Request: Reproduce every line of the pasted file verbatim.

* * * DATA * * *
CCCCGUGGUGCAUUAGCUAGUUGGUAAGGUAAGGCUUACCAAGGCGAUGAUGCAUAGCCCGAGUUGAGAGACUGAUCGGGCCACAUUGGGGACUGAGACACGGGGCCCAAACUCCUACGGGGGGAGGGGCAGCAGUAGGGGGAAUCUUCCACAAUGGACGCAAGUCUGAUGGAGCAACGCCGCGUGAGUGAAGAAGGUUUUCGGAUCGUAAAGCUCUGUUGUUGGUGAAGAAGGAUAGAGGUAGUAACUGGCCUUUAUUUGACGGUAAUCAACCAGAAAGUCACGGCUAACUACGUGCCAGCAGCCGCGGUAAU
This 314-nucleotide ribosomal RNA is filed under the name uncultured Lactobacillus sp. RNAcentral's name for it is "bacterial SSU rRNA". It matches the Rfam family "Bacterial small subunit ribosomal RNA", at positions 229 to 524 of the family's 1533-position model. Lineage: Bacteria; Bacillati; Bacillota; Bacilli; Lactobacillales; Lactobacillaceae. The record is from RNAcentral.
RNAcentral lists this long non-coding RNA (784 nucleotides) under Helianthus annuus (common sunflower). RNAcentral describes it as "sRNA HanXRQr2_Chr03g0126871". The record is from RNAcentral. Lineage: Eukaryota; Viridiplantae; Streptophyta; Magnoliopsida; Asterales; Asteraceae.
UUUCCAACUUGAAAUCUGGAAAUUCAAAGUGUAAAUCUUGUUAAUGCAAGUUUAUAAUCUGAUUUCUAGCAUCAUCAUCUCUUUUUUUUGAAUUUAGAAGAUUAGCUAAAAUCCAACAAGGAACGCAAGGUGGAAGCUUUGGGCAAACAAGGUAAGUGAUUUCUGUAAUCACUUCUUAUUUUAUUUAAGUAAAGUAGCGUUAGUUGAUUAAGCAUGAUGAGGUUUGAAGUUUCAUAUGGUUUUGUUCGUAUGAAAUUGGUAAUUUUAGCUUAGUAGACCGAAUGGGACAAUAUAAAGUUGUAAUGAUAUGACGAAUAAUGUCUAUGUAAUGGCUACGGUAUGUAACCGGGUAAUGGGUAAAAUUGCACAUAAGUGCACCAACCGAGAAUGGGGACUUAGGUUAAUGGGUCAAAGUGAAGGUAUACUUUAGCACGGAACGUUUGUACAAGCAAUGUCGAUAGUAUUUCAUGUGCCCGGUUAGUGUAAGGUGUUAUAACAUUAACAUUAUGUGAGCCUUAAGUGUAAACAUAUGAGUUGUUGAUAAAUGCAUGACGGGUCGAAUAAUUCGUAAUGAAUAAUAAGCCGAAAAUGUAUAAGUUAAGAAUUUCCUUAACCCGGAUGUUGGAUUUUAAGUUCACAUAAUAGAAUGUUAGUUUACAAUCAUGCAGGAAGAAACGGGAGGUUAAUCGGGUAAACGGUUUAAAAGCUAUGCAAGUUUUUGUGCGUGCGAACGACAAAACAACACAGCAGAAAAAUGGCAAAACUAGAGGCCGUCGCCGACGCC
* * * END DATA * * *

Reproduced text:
CCCCGUGGUGCAUUAGCUAGUUGGUAAGGUAAGGCUUACCAAGGCGAUGAUGCAUAGCCCGAGUUGAGAGACUGAUCGGGCCACAUUGGGGACUGAGACACGGGGCCCAAACUCCUACGGGGGGAGGGGCAGCAGUAGGGGGAAUCUUCCACAAUGGACGCAAGUCUGAUGGAGCAACGCCGCGUGAGUGAAGAAGGUUUUCGGAUCGUAAAGCUCUGUUGUUGGUGAAGAAGGAUAGAGGUAGUAACUGGCCUUUAUUUGACGGUAAUCAACCAGAAAGUCACGGCUAACUACGUGCCAGCAGCCGCGGUAAU
This 314-nucleotide ribosomal RNA is filed under the name uncultured Lactobacillus sp. RNAcentral's name for it is "bacterial SSU rRNA". It matches the Rfam family "Bacterial small subunit ribosomal RNA", at positions 229 to 524 of the family's 1533-position model. Lineage: Bacteria; Bacillati; Bacillota; Bacilli; Lactobacillales; Lactobacillaceae. The record is from RNAcentral.
RNAcentral lists this long non-coding RNA (784 nucleotides) under Helianthus annuus (common sunflower). RNAcentral describes it as "sRNA HanXRQr2_Chr03g0126871". The record is from RNAcentral. Lineage: Eukaryota; Viridiplantae; Streptophyta; Magnoliopsida; Asterales; Asteraceae.
UUUCCAACUUGAAAUCUGGAAAUUCAAAGUGUAAAUCUUGUUAAUGCAAGUUUAUAAUCUGAUUUCUAGCAUCAUCAUCUCUUUUUUUUGAAUUUAGAAGAUUAGCUAAAAUCCAACAAGGAACGCAAGGUGGAAGCUUUGGGCAAACAAGGUAAGUGAUUUCUGUAAUCACUUCUUAUUUUAUUUAAGUAAAGUAGCGUUAGUUGAUUAAGCAUGAUGAGGUUUGAAGUUUCAUAUGGUUUUGUUCGUAUGAAAUUGGUAAUUUUAGCUUAGUAGACCGAAUGGGACAAUAUAAAGUUGUAAUGAUAUGACGAAUAAUGUCUAUGUAAUGGCUACGGUAUGUAACCGGGUAAUGGGUAAAAUUGCACAUAAGUGCACCAACCGAGAAUGGGGACUUAGGUUAAUGGGUCAAAGUGAAGGUAUACUUUAGCACGGAACGUUUGUACAAGCAAUGUCGAUAGUAUUUCAUGUGCCCGGUUAGUGUAAGGUGUUAUAACAUUAACAUUAUGUGAGCCUUAAGUGUAAACAUAUGAGUUGUUGAUAAAUGCAUGACGGGUCGAAUAAUUCGUAAUGAAUAAUAAGCCGAAAAUGUAUAAGUUAAGAAUUUCCUUAACCCGGAUGUUGGAUUUUAAGUUCACAUAAUAGAAUGUUAGUUUACAAUCAUGCAGGAAGAAACGGGAGGUUAAUCGGGUAAACGGUUUAAAAGCUAUGCAAGUUUUUGUGCGUGCGAACGACAAAACAACACAGCAGAAAAAUGGCAAAACUAGAGGCCGUCGCCGACGCC